Freud’s psychosexual theory of development differs. The phallic stage in the Freudian model actually is one of the infantile stages, occurs before the age of five (rather than after adolescence), is specifically “phallic” in the sense of the male generative organ (rather than gender-neutral), and occurs years before the final stage of development, which is called “genital” (a gender-neutral term). In Freud’s model, first comes the oral stage, characterized by sucking, biting and swallowing. Second is the anal stage, characterized by toilet training. Third is the phallic stage, about the end of the third or fourth year, characterized by playful self-stimulation, and the formation of the Oedipal complex. During the phallic stage of development comes “penis envy.” In this infamous theory, Freud claimed that the natural course of development is stymied during the phallic stage in girls, and that they blame their mothers for their lack of a phallus. Then the fourth stage, from about five until adolescence, is called the latency period, and finally during adolescence the fifth, “genital” stage sets in, characterized by preparation for marriage.2
It is questionable that Crowley read Freud in depth. His scattered references to Freud touch repeatedly on a few broad themes in no great detail. Crowley refers to the primacy of the sex instinct, to the Oedipus complex, and to the unconscious as a source of dreams and phantasms, and little else.
As for Jung, most of his work was unavailable in English until late in Crowley’s life or after his death. Crowley did read the first English translation of Wandlungen und Symbole der Libido3. This book deals extensively with phallic symbolism and the libido, and Crowley refers to it in his commentaries to The Book of the Law4. Judging by its solar-phallic content, this book may have been a significant influence on Crowley’s thought and his reformation of the O.T.O. However, the book condemns Freud’s theory, and refers to the “phallus” in its traditional male sense. Jung uses the gender-neutral term “libido” to indicate psychic energy5 in both men and women, but “phallus” to refer to the male organ and its symbols. A number of symbols of female genitalia are discussed, but none are called “phallic.”
If Crowley had a gender-neutral Interpretation of “phallus,” he did not get it from Freud, whose use of the word was gender-specific. Nor could this usage derive from Jung, who was no adherent of Freud’s psychosexual theory, and who also used “phallus” in a gender-specific sense. Scholarly English6 and Greek7 dictionaries contain no gender-neutral usage of “phallus” from ancient times to the present. It would be anomalous to ascribe this unique usage to Crowley, who from all indications used the word in its traditional sense. If there is any evidence to establish this peculiar reading, it was not presented in the Address.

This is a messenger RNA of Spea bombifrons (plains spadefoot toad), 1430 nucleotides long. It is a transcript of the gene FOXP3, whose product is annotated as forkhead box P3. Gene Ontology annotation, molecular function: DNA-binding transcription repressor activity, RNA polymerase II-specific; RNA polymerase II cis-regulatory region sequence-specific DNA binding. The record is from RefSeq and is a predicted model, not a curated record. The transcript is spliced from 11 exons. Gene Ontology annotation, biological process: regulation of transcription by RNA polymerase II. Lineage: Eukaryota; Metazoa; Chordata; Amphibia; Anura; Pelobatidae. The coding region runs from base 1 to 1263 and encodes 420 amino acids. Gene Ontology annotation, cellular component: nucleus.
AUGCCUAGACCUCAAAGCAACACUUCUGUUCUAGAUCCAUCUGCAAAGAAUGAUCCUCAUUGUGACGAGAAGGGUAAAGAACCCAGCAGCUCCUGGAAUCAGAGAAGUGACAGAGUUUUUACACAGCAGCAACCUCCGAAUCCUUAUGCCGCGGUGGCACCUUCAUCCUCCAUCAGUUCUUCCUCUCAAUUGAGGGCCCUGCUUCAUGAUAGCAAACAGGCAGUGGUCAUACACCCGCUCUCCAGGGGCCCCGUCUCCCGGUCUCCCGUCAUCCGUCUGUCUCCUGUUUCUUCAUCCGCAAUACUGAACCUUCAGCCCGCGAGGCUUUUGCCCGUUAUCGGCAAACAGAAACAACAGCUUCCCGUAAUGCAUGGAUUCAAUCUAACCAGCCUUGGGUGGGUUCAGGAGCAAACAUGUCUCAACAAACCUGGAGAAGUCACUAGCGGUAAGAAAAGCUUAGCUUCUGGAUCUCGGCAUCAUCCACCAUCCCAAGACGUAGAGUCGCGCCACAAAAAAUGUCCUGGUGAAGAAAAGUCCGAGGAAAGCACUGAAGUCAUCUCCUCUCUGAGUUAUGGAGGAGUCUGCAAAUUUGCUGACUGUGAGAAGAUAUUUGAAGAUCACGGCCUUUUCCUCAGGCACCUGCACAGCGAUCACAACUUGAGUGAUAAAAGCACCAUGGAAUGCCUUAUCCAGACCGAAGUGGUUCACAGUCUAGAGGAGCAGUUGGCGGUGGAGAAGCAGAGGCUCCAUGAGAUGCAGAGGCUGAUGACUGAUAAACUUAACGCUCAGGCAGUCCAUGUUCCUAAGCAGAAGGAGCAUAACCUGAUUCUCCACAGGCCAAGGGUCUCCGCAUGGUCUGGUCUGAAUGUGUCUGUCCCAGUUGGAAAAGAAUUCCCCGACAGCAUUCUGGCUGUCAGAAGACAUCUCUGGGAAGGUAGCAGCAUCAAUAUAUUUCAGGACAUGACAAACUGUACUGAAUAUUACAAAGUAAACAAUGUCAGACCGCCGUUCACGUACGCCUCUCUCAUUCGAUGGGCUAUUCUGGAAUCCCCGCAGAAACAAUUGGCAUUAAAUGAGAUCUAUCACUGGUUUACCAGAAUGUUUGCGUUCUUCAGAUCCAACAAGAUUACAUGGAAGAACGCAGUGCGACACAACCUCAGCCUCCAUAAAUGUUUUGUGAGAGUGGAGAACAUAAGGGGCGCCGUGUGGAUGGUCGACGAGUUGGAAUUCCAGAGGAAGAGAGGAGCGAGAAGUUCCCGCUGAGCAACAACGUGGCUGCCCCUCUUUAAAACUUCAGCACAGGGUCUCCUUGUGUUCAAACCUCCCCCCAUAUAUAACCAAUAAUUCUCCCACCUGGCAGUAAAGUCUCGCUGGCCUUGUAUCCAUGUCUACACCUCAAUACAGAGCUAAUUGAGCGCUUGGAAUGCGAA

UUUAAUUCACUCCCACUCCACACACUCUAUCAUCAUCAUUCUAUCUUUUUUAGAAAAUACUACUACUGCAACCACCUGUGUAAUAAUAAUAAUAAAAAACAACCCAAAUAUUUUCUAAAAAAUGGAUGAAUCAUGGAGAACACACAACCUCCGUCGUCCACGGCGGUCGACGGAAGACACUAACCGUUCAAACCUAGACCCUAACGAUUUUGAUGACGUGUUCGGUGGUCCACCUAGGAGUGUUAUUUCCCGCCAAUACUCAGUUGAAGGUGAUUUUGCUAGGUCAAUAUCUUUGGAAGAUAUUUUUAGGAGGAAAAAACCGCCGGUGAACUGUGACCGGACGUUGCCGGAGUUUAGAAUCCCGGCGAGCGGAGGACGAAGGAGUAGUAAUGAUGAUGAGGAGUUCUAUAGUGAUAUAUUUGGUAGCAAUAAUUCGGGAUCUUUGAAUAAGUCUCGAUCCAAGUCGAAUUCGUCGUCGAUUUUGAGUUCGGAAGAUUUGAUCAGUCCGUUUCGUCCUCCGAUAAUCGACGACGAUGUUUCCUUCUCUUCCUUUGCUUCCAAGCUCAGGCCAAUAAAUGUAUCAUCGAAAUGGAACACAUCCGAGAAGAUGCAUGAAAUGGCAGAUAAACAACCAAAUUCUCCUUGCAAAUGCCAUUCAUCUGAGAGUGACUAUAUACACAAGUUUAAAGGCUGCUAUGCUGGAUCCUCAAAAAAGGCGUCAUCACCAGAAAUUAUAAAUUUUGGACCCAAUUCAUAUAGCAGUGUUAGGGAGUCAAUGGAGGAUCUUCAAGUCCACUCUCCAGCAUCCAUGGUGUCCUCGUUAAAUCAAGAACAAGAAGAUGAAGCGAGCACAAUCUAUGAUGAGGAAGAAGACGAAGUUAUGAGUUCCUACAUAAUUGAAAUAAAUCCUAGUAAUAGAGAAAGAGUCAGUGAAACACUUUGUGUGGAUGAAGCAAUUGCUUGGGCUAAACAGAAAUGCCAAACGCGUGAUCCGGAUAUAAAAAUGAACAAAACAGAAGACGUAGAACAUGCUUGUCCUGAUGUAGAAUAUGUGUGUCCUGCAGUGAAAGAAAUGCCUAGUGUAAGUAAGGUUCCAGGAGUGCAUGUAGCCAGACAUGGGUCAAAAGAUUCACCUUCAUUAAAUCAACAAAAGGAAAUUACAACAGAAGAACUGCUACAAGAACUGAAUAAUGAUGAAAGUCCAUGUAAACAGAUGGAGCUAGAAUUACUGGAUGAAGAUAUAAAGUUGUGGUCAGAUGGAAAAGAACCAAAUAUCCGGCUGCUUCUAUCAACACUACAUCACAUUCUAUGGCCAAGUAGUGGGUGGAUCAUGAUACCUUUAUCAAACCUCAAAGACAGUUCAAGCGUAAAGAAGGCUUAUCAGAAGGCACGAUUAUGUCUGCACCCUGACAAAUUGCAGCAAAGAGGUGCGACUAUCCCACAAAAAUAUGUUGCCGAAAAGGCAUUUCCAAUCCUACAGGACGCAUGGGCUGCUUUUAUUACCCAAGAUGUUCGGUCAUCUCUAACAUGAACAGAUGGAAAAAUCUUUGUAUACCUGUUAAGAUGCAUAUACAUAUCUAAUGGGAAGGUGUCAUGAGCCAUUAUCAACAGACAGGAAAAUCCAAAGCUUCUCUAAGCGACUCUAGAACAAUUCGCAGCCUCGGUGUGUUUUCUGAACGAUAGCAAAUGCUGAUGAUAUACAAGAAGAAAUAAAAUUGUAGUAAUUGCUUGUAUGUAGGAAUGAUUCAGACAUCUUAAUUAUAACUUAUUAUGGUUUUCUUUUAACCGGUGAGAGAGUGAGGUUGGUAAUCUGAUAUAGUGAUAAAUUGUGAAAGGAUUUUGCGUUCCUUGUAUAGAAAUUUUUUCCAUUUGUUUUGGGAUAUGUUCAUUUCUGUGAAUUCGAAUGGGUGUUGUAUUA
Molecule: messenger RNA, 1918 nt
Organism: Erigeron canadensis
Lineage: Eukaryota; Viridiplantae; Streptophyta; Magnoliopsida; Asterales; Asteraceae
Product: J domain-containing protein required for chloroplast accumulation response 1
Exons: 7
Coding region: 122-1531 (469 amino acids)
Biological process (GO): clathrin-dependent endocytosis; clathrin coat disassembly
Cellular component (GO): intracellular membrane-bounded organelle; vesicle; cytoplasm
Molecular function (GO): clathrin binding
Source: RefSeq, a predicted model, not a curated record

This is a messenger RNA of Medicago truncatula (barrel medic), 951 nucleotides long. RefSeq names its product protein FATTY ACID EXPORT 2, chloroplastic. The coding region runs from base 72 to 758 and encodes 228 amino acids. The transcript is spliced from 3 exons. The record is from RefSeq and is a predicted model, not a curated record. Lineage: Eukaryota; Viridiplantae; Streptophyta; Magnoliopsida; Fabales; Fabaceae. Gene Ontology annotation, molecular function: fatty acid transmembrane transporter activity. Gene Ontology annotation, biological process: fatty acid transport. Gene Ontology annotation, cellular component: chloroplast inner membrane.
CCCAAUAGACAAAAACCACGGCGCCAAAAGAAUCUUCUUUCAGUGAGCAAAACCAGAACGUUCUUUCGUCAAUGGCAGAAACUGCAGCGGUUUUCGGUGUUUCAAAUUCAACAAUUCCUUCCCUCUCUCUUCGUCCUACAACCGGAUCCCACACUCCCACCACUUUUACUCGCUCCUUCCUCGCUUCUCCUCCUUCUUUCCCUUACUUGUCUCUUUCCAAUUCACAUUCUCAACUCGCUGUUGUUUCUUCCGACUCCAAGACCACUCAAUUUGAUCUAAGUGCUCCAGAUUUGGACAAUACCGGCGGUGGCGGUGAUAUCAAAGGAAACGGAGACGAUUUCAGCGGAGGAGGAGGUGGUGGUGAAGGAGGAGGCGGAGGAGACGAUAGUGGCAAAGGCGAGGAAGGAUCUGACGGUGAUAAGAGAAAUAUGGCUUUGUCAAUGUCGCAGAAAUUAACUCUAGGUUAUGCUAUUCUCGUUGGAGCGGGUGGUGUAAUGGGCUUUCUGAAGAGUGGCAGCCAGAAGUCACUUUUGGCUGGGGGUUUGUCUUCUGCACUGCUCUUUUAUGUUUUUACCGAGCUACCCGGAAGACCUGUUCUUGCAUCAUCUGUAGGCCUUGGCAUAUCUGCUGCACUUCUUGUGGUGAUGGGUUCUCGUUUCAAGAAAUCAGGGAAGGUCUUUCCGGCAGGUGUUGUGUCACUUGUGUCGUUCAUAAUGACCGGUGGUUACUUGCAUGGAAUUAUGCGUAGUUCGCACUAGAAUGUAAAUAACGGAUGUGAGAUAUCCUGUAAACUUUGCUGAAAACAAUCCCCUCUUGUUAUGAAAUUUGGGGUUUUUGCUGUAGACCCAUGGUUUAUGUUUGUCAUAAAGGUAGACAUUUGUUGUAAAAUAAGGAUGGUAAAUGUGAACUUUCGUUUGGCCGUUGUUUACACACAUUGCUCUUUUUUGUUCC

An interesting view appears in a book found in the curriculum of Crowley’s occult order A.·.A.·.8, Richard Payne Knight’s A Discourse on the Worship of Priapus 9. Knight applies the now obsolete method of syncretistic comparativism to a variety of phallic and vulvar deities in an attempt to demonstrate that they all express the Neo-Platonic legend of an original hermaphroditic creator God who split into two halves, one male and one female. He alternates in apparent confusion between asserting that the genders of deities are interchangeable since they all symbolize the original creator, and that male deities represent the “active generative power of God” while female deities represent the “passive generative power of earth.” He is more consistent in holding that the differentiated “organs of generation” represent the gender-specific powers. Since he does not use the word “phallus,” Knight could not have been the source of the purported usage in Crowley.
There are, however, elements of Knight’s original hermaphroditism in Crowley, as in Chapter 35 of The Book of Lies, “Venus of Milo,” which after condemning the female body as “ugly” states, “the Lingam and the Yoni are but diverse developments of One Organ”. In the comment to the chapter, though, Crowley is careful to refute any appearance of egalitarianism. Placing the female in a distinctly inferior position, he writes, “the female body becomes beautiful in so far as it approximates to the male. The female is to be regarded as having been separated from the male, in order to reproduce the male in a superior form”. His lukewarm, androcentric redaction of Knight’s original hermaphroditism does not suggest that the word “phallus” had a gender-neutral meaning to Crowley, or that either Crowley or Knight regarded the two sets of genitals as interchangeable or equivalent.
A gender-neutral phallicism is hard to see in Crowley’s work. There is no reference to any woman as in natural possession of a phallus, and he did not believe that women were equal partners with men in sex. In outer writings his explanation of sex magick revolves around the relationship between father and son, and in the human quintessence within the semen.10 Sometimes a mother and daughter are paired with the father and son; often the father and son stand alone; never are the mother and daughter discussed independently. In The Star Sapphire sex magick ritual11, the woman appears only in a bracketed note, and is treated as a tool of the magician, not his partner. The same formula is discernible in the Gnostic Mass, on which more below. In Liber Aleph Crowley writes that pre-eminent in all sex magick “is the Formula of the Serpent with the Head of the Lion,” the semen, “and all this Magick is wrought by the Radiance and Creative Force thereof.”12 To Crowley the magick is in the man. The woman is a necessary, respected and even consecrated tool of this formula but she is not the source of magick. She is only a magick mirror for the manifestation of the God.
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